Leggi questo post in: Italiano
before starting: i am still speechless over what happened yesterday in Newtown. it brought tears to my eyes and a great pain to my heart. if you are concerned about just how easy it is to obtain a gun, consider signing this white house petition to address gun control.
yeah, i know that i’m not going quite in order with my countdown, but i just couldn’t wait to show you our 2012 christmas tree.
i grew up always having a huge christmas tree that we’d pick out and have cut on the spot. they’re gorgeous and smell so good that way, but they leave loads of needles around and then they make me so sad when they dry out. when i moved to italy i started putting lights on a ficus tree that i had in my apartment. it seemed like a more italian alternative to the pine tree. then we moved and the ficus was too big to keep inside, so i began numerous years of keeping a dwarf pine tree in a pot on the balcony that i’d bring inside during the holiday season. except those poor trees just couldn’t handle the temperature changes and three times they dried out.
this year i decided not to doom another tree, nor buy one out of plastic. i’d seen some people put lights and ornaments on a big bare branch, so i asked a friend who had lots of olive trees if he happened to have a big branch for me. he had to prune the trees around that time, so he put a couple aside for me and i chose this one.
ah, how lovely it is to have a branch full of leaves and smaller branches! it looks just like an actual live tree! then it gives a nice feeling of lightness as opposed to the compactness of a pine christmas tree.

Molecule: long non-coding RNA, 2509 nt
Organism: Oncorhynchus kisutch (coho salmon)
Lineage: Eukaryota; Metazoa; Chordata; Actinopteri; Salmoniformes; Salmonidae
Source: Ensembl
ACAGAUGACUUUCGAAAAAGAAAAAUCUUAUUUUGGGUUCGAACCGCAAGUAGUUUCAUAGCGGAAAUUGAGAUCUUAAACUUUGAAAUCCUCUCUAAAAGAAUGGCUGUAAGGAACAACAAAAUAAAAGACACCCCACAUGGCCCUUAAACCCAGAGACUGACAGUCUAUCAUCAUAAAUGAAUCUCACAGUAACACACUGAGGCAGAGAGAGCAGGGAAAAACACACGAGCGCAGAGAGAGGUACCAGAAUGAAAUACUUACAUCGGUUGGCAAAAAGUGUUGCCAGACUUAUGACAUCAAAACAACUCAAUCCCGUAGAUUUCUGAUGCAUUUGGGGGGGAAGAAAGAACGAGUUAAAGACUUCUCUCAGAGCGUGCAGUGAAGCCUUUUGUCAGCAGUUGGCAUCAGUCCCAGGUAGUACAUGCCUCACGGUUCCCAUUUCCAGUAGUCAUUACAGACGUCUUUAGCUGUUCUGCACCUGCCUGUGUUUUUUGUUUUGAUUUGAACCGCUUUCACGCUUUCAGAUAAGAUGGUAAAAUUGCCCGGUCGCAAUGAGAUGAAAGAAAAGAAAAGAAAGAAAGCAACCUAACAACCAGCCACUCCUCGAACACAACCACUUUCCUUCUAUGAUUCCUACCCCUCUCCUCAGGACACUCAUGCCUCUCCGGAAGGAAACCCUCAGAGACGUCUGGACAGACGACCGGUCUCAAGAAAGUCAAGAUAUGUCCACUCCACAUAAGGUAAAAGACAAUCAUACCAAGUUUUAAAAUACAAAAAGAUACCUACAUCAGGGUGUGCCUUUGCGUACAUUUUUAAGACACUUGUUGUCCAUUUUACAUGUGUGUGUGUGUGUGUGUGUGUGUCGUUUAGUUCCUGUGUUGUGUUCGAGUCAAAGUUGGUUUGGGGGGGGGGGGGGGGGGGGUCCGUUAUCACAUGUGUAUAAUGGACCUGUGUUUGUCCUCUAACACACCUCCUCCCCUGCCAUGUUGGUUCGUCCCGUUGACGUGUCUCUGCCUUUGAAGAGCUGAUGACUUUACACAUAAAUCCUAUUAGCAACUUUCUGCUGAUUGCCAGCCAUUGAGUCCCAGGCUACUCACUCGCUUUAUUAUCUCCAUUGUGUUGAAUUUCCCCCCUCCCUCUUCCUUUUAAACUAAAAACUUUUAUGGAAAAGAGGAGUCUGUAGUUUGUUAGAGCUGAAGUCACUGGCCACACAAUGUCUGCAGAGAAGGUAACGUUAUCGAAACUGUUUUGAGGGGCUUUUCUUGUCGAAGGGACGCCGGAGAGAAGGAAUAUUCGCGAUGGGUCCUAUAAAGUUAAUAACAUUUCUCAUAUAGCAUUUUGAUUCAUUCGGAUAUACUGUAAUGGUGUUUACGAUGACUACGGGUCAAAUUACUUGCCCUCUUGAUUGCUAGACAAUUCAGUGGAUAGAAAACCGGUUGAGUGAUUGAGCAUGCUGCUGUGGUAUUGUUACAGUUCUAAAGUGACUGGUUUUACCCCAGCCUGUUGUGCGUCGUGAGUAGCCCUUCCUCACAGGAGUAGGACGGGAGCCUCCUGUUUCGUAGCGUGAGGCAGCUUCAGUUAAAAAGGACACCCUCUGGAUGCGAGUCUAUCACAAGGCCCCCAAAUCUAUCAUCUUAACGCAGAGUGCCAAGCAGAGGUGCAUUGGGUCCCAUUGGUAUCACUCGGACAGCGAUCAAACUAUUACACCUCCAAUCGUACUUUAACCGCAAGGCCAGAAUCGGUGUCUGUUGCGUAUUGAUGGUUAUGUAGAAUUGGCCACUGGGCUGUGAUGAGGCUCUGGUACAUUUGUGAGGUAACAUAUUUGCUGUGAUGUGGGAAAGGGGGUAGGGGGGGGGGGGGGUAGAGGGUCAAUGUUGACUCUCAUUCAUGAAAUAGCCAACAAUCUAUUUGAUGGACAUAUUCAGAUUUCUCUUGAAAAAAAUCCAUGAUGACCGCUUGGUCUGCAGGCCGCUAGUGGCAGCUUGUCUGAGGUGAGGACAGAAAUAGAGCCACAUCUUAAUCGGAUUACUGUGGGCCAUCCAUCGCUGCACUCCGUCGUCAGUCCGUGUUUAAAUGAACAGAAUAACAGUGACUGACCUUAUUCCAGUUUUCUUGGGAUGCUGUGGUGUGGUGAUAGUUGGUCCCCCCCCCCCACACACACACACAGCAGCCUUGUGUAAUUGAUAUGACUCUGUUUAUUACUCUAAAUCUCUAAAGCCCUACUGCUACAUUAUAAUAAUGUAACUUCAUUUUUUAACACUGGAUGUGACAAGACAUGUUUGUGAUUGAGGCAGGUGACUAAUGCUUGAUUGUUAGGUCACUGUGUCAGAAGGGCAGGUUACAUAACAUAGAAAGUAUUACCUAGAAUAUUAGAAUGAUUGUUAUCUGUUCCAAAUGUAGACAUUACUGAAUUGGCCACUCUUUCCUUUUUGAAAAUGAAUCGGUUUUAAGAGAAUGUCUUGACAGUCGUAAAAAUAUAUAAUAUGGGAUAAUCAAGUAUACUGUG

we put on two strings of lights, one red and the other white, both of which blink. here’s the tree with just the reds on, just the whites…
… and both at the same time! we also put up our ornaments. in italy there’s the tendency just to put up colored balls, but in the united states it’s much more typical to put up all sorts of things on the tree and kids often make handmade tree ornaments. in the picture at the beginning of this post you can see some of ours, among which a heart cristina made and a dragon that my mother painted for me when i was little, very golden as i’d requested, and a crystal star my aunt gave my husband and me for our first christmas as a married couple. i love having such a variety because every ornament has its own story and reminds me of some loved one.
unfortunately the star i made last year for the top of our tiny tree will no longer be adorning a tree top because the olive branch doesn’t have one. so i just stuck it where it could stay without falling. i made the star with those neapolitan pastry trays. i made a cone and stapled it shut. then i made a double-sided star and glued it on.
ok, so how did i set up the tree? i cut a 2-liter plastic bottle and put it inside a terracotta pot. then i put rocks all around the bottle. you could also use potting soil and then reuse it for some other plant afterwards, or even sand, but i already had these rocks, so i used those.
i stuck the branch inside the bottle, filled it with more rocks and then put some water in. i was surprised at how much water could fit in there.
i obviously didn’t want to waste the rest of the bottle. i put a ping pong ball in it…
… and while i was setting up the tree, the kids ran around playing that game where you try to catch the ball inside the bottle. (i probably should have taken off that label. i’m certainly not trying to sponsor any water in plastic bottles!)
you might be wondering why the tree is on a table. if it were on the floor, it would be promptly dumped over, pulled apart and totally destroyed by a certain little boy we know. 😉 the tree wasn’t very stable, though, so we ended up tying it to the wall with three lengths of twine in three directions. now it’s much more stable, but still not safe from the little “destroyer” who happens to be a great lover of rocks!